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Author Topic: Coronavirus  (Read 397899 times)

BillyStubbsTears, bpoolrover and 3 Guests are viewing this topic.

ravenrover

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Re: Coronavirus
« Reply #10860 on May 07, 2021, 06:19:15 pm by ravenrover »
But the reason they are doing this is to avoid spending isolation in a Govt hotel at £1700 per person and be able to "quarantine" at home. If the housing situation in Nottingham is anything to go by with extended families in one house there is no room to isolate at their home, all that is happening is that they could potentiallybecome a super spreader within their own household and in the general population at large. The horse on this one bolted weeks ago, we are in a spot of bother already IMHO



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bpoolrover

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Re: Coronavirus
« Reply #10861 on May 07, 2021, 10:16:10 pm by bpoolrover »
I agree Raven but many would avoid to having to isolate full stop, the only way to stop variants is to ban all travel coming in the country?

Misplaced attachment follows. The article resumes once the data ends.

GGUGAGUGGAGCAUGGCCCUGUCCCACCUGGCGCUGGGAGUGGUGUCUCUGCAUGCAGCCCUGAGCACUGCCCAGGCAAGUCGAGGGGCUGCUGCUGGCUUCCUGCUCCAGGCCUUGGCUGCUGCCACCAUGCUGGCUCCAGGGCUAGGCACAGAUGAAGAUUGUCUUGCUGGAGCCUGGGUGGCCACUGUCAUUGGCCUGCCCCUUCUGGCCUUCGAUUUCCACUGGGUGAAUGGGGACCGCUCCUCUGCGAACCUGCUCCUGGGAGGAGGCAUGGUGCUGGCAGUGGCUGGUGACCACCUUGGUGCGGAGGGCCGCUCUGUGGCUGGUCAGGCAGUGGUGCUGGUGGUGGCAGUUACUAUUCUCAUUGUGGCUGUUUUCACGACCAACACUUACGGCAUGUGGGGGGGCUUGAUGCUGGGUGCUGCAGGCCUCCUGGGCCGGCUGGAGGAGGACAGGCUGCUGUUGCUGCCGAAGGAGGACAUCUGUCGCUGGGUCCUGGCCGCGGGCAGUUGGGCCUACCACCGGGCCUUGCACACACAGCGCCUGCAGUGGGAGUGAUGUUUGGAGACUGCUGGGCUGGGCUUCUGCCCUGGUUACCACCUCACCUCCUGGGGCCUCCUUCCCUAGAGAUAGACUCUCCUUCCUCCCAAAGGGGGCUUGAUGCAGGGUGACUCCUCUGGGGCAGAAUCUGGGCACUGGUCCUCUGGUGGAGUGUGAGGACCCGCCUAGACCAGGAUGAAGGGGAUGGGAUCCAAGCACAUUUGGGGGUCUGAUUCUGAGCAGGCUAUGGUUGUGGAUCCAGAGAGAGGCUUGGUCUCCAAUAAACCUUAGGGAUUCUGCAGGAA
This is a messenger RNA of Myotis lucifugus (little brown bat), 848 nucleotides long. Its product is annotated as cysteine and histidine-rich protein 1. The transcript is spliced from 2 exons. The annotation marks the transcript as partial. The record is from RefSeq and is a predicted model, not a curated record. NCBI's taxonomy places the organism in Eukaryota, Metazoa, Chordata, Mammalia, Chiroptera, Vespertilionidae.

big fat yorkshire pudding

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Re: Coronavirus
« Reply #10862 on May 10, 2021, 04:33:01 pm by big fat yorkshire pudding »
For the first time since last march I believe, today England recorded 0 deaths from covid.

River Don

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Re: Coronavirus
« Reply #10863 on May 10, 2021, 04:44:38 pm by River Don »
For the first time since last march I believe, today England recorded 0 deaths from covid.

The BBC have just announced 4.

Edit. Just noticed, England. That 4 might be UK.

River Don

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Re: Coronavirus
« Reply #10864 on May 10, 2021, 04:51:32 pm by River Don »
Just waiting for the press conference. I'm sure one of the expert talking heads on the news said the Indian variant numbers are doubling everyday in breakout areas... If that's right, then that's exponential growth again.

Is lifting restrictions at this moment wise?

I'm assuming someone will ask this question at the end of the press conference.

River Don

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Re: Coronavirus
« Reply #10865 on May 10, 2021, 05:16:54 pm by River Don »
Well Whitty says they are keeping a close eye on the Indian varient because it is increasing but from very low levels.

Those levels won't remain low for long if it is doubling daily. I'm not entirely reassured about this.

Edit. He's just said they don't have enough data yet and things can come out of the blue sky but they don't think it's as bad as the South African varient.

Fingers crossed.
« Last Edit: May 10, 2021, 05:30:30 pm by River Don »

BillyStubbsTears